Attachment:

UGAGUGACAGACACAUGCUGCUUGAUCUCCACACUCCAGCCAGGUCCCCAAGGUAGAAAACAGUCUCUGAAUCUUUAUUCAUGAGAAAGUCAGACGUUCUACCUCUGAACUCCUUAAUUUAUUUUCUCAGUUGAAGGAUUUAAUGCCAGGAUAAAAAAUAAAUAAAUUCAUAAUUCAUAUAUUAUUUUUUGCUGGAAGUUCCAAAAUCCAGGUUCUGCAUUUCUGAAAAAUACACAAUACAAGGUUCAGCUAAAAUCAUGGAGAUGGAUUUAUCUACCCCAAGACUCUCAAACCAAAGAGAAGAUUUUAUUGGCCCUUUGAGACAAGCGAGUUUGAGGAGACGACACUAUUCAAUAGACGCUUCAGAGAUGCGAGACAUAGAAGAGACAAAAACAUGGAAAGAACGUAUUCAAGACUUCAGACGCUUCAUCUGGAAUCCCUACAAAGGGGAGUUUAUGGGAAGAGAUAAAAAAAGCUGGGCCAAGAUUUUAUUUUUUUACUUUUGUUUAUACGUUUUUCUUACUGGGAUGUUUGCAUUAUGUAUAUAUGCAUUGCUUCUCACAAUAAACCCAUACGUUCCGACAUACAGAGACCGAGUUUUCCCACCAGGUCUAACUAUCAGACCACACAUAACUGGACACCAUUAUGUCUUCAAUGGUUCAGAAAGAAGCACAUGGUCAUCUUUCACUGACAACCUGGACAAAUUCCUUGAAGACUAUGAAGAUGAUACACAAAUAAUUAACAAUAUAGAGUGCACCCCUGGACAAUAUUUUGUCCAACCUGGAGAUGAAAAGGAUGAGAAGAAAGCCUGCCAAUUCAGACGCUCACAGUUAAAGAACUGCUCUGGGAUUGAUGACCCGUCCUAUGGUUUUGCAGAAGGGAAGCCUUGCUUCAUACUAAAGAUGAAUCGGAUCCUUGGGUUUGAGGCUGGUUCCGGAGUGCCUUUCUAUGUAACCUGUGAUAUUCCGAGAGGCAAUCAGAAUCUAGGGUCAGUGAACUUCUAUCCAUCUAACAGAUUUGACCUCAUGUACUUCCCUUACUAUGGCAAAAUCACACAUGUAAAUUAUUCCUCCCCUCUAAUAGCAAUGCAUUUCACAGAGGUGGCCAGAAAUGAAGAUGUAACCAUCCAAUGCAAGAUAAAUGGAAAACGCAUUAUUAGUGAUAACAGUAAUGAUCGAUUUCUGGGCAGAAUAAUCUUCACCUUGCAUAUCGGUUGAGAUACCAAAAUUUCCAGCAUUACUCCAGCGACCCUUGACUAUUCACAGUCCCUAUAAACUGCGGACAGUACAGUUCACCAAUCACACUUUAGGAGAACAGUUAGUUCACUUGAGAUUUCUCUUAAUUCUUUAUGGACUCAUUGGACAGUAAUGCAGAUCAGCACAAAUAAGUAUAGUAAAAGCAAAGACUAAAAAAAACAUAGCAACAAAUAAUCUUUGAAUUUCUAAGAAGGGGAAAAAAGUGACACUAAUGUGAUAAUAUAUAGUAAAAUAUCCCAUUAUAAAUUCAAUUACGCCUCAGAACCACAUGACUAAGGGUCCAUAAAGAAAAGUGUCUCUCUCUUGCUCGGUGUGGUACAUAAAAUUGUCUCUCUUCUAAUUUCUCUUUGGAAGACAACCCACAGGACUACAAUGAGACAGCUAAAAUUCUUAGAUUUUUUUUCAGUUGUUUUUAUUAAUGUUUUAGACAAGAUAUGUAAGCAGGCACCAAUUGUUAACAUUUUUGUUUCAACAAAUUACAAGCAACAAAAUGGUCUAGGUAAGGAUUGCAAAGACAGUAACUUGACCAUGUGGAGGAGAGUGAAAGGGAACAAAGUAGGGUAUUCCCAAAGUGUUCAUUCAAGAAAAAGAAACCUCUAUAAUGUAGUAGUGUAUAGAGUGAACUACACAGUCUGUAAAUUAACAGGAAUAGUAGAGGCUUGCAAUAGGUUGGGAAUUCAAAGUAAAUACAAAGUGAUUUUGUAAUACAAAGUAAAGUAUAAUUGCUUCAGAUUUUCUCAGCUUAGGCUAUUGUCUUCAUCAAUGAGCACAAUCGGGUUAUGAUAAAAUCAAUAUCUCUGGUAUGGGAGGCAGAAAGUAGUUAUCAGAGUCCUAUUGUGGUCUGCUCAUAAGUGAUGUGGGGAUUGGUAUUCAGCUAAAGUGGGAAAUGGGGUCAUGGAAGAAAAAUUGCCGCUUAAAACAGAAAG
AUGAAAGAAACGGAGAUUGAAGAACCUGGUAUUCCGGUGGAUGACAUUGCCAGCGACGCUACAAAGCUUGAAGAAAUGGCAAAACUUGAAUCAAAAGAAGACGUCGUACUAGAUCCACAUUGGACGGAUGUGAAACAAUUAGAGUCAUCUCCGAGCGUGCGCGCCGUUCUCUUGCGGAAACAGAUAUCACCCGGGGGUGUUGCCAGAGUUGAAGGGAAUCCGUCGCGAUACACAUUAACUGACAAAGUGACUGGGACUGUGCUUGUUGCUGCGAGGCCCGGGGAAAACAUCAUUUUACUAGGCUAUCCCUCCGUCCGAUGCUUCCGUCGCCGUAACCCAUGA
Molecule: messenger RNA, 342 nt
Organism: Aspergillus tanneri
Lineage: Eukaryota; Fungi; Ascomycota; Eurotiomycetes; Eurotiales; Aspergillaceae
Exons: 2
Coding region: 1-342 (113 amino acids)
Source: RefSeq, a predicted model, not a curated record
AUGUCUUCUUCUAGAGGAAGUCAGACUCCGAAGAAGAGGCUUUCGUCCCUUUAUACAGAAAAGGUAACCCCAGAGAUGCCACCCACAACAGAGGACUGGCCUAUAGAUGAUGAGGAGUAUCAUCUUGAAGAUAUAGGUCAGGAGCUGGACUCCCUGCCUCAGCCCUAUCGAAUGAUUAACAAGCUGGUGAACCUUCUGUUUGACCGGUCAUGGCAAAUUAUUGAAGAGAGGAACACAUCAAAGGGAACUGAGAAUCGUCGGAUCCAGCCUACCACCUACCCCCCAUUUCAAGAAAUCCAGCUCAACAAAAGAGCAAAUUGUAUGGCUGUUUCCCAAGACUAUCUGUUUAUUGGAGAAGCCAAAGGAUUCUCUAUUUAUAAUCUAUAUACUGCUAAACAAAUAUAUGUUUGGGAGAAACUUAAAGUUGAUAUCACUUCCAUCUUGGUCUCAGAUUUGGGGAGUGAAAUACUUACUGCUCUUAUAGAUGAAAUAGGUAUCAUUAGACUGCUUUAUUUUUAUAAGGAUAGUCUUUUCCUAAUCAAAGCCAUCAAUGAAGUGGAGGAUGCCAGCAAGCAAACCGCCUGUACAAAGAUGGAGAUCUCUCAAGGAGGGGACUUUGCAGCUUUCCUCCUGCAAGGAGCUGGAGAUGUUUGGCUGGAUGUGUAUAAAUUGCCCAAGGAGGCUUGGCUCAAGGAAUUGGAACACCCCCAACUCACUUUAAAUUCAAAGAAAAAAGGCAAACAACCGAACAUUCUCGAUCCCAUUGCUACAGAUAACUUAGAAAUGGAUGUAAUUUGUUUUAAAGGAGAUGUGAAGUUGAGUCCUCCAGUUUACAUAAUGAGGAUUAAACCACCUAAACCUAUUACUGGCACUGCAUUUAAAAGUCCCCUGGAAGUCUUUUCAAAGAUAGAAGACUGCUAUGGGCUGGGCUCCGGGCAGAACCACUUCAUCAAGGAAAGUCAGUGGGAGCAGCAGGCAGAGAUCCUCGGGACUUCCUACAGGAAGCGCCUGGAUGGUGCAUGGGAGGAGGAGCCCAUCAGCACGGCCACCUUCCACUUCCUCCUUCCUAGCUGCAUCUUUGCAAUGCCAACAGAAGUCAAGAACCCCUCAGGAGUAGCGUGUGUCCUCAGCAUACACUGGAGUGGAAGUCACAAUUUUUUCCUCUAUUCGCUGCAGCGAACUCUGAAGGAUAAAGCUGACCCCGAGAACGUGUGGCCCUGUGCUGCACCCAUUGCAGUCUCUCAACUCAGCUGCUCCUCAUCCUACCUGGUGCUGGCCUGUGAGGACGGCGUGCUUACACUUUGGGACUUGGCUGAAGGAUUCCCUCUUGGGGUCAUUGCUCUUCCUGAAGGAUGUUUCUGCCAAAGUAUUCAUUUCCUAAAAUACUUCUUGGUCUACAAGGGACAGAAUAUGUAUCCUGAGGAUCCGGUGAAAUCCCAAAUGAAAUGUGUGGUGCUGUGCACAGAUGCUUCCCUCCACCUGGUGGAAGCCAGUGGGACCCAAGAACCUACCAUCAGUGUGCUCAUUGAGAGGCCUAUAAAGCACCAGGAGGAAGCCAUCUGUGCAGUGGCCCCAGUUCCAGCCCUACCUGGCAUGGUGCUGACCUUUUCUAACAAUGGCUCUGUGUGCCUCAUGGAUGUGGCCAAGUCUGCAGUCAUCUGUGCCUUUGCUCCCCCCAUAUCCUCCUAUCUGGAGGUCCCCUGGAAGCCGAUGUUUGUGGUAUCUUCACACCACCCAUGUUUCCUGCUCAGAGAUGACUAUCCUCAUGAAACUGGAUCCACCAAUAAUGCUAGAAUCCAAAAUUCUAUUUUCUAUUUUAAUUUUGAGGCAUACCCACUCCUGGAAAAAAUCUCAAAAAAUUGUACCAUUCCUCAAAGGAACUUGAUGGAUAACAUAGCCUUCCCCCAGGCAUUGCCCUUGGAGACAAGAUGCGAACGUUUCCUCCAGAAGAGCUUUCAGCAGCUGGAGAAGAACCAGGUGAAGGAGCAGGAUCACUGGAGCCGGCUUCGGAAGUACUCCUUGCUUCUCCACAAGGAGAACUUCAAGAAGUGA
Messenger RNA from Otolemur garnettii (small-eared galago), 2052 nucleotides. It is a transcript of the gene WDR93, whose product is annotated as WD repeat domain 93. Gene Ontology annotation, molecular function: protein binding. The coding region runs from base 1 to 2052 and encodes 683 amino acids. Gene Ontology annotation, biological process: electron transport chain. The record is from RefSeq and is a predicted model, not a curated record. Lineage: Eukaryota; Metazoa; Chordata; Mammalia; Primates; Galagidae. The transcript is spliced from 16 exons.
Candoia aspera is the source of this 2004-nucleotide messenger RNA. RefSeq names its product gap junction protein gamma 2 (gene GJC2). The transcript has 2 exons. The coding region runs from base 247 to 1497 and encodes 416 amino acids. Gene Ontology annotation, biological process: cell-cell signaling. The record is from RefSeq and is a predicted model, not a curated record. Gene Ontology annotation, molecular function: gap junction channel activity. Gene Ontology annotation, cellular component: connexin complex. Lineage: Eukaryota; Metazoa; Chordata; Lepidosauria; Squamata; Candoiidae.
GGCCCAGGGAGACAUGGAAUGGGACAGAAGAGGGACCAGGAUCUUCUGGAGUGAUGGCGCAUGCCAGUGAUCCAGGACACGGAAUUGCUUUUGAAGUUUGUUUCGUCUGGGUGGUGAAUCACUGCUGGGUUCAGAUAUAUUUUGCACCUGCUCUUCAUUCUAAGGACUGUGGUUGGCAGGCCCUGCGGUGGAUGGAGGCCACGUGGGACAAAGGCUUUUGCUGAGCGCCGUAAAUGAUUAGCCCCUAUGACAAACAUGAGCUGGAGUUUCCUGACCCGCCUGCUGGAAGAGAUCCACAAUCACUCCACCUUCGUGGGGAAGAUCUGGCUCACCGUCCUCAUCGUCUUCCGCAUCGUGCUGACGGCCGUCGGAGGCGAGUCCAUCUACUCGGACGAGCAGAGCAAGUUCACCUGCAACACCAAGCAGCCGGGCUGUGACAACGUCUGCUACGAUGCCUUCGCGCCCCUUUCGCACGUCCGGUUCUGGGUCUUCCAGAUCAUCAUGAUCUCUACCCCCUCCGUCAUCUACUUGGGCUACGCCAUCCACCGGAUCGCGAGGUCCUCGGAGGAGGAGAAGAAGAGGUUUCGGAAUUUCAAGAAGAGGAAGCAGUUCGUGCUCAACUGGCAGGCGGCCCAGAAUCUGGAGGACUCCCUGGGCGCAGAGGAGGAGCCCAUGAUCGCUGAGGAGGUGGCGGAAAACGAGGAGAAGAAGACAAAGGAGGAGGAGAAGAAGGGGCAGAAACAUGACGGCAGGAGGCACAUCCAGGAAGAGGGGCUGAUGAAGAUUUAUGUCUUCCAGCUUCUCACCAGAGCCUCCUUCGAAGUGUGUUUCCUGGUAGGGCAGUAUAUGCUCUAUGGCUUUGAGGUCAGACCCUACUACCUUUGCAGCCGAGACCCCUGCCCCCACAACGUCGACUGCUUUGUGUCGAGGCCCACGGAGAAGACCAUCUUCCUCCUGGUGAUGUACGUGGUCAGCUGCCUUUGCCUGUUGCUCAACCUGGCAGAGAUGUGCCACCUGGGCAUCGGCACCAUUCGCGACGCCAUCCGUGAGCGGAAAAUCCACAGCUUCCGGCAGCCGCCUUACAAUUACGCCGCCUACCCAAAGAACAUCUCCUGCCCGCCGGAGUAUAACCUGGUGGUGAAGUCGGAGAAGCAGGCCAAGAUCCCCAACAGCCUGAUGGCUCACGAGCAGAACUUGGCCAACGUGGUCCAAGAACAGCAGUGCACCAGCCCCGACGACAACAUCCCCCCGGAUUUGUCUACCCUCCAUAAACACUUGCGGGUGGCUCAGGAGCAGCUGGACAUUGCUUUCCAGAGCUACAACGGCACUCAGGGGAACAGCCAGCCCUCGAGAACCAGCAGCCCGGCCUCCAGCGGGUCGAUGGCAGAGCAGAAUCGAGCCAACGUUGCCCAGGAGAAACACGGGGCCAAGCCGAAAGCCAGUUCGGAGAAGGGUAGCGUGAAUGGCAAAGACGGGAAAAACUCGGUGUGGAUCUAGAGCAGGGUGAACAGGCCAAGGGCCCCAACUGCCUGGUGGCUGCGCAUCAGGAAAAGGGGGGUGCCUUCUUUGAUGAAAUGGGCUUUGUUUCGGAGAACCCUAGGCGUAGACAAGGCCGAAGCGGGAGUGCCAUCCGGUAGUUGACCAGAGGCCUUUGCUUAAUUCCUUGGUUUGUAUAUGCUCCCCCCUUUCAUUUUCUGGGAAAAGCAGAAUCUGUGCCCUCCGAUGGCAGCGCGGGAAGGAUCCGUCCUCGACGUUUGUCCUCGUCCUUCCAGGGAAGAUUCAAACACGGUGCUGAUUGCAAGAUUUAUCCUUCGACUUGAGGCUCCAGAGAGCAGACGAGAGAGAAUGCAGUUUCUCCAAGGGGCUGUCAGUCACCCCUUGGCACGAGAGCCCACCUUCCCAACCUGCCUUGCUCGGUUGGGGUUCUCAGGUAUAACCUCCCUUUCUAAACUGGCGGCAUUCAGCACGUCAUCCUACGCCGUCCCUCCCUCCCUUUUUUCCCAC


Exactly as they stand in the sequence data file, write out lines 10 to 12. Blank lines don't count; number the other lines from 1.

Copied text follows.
Messenger RNA from Otolemur garnettii (small-eared galago), 2052 nucleotides. It is a transcript of the gene WDR93, whose product is annotated as WD repeat domain 93. Gene Ontology annotation, molecular function: protein binding. The coding region runs from base 1 to 2052 and encodes 683 amino acids. Gene Ontology annotation, biological process: electron transport chain. The record is from RefSeq and is a predicted model, not a curated record. Lineage: Eukaryota; Metazoa; Chordata; Mammalia; Primates; Galagidae. The transcript is spliced from 16 exons.
Candoia aspera is the source of this 2004-nucleotide messenger RNA. RefSeq names its product gap junction protein gamma 2 (gene GJC2). The transcript has 2 exons. The coding region runs from base 247 to 1497 and encodes 416 amino acids. Gene Ontology annotation, biological process: cell-cell signaling. The record is from RefSeq and is a predicted model, not a curated record. Gene Ontology annotation, molecular function: gap junction channel activity. Gene Ontology annotation, cellular component: connexin complex. Lineage: Eukaryota; Metazoa; Chordata; Lepidosauria; Squamata; Candoiidae.
GGCCCAGGGAGACAUGGAAUGGGACAGAAGAGGGACCAGGAUCUUCUGGAGUGAUGGCGCAUGCCAGUGAUCCAGGACACGGAAUUGCUUUUGAAGUUUGUUUCGUCUGGGUGGUGAAUCACUGCUGGGUUCAGAUAUAUUUUGCACCUGCUCUUCAUUCUAAGGACUGUGGUUGGCAGGCCCUGCGGUGGAUGGAGGCCACGUGGGACAAAGGCUUUUGCUGAGCGCCGUAAAUGAUUAGCCCCUAUGACAAACAUGAGCUGGAGUUUCCUGACCCGCCUGCUGGAAGAGAUCCACAAUCACUCCACCUUCGUGGGGAAGAUCUGGCUCACCGUCCUCAUCGUCUUCCGCAUCGUGCUGACGGCCGUCGGAGGCGAGUCCAUCUACUCGGACGAGCAGAGCAAGUUCACCUGCAACACCAAGCAGCCGGGCUGUGACAACGUCUGCUACGAUGCCUUCGCGCCCCUUUCGCACGUCCGGUUCUGGGUCUUCCAGAUCAUCAUGAUCUCUACCCCCUCCGUCAUCUACUUGGGCUACGCCAUCCACCGGAUCGCGAGGUCCUCGGAGGAGGAGAAGAAGAGGUUUCGGAAUUUCAAGAAGAGGAAGCAGUUCGUGCUCAACUGGCAGGCGGCCCAGAAUCUGGAGGACUCCCUGGGCGCAGAGGAGGAGCCCAUGAUCGCUGAGGAGGUGGCGGAAAACGAGGAGAAGAAGACAAAGGAGGAGGAGAAGAAGGGGCAGAAACAUGACGGCAGGAGGCACAUCCAGGAAGAGGGGCUGAUGAAGAUUUAUGUCUUCCAGCUUCUCACCAGAGCCUCCUUCGAAGUGUGUUUCCUGGUAGGGCAGUAUAUGCUCUAUGGCUUUGAGGUCAGACCCUACUACCUUUGCAGCCGAGACCCCUGCCCCCACAACGUCGACUGCUUUGUGUCGAGGCCCACGGAGAAGACCAUCUUCCUCCUGGUGAUGUACGUGGUCAGCUGCCUUUGCCUGUUGCUCAACCUGGCAGAGAUGUGCCACCUGGGCAUCGGCACCAUUCGCGACGCCAUCCGUGAGCGGAAAAUCCACAGCUUCCGGCAGCCGCCUUACAAUUACGCCGCCUACCCAAAGAACAUCUCCUGCCCGCCGGAGUAUAACCUGGUGGUGAAGUCGGAGAAGCAGGCCAAGAUCCCCAACAGCCUGAUGGCUCACGAGCAGAACUUGGCCAACGUGGUCCAAGAACAGCAGUGCACCAGCCCCGACGACAACAUCCCCCCGGAUUUGUCUACCCUCCAUAAACACUUGCGGGUGGCUCAGGAGCAGCUGGACAUUGCUUUCCAGAGCUACAACGGCACUCAGGGGAACAGCCAGCCCUCGAGAACCAGCAGCCCGGCCUCCAGCGGGUCGAUGGCAGAGCAGAAUCGAGCCAACGUUGCCCAGGAGAAACACGGGGCCAAGCCGAAAGCCAGUUCGGAGAAGGGUAGCGUGAAUGGCAAAGACGGGAAAAACUCGGUGUGGAUCUAGAGCAGGGUGAACAGGCCAAGGGCCCCAACUGCCUGGUGGCUGCGCAUCAGGAAAAGGGGGGUGCCUUCUUUGAUGAAAUGGGCUUUGUUUCGGAGAACCCUAGGCGUAGACAAGGCCGAAGCGGGAGUGCCAUCCGGUAGUUGACCAGAGGCCUUUGCUUAAUUCCUUGGUUUGUAUAUGCUCCCCCCUUUCAUUUUCUGGGAAAAGCAGAAUCUGUGCCCUCCGAUGGCAGCGCGGGAAGGAUCCGUCCUCGACGUUUGUCCUCGUCCUUCCAGGGAAGAUUCAAACACGGUGCUGAUUGCAAGAUUUAUCCUUCGACUUGAGGCUCCAGAGAGCAGACGAGAGAGAAUGCAGUUUCUCCAAGGGGCUGUCAGUCACCCCUUGGCACGAGAGCCCACCUUCCCAACCUGCCUUGCUCGGUUGGGGUUCUCAGGUAUAACCUCCCUUUCUAAACUGGCGGCAUUCAGCACGUCAUCCUACGCCGUCCCUCCCUCCCUUUUUUCCCAC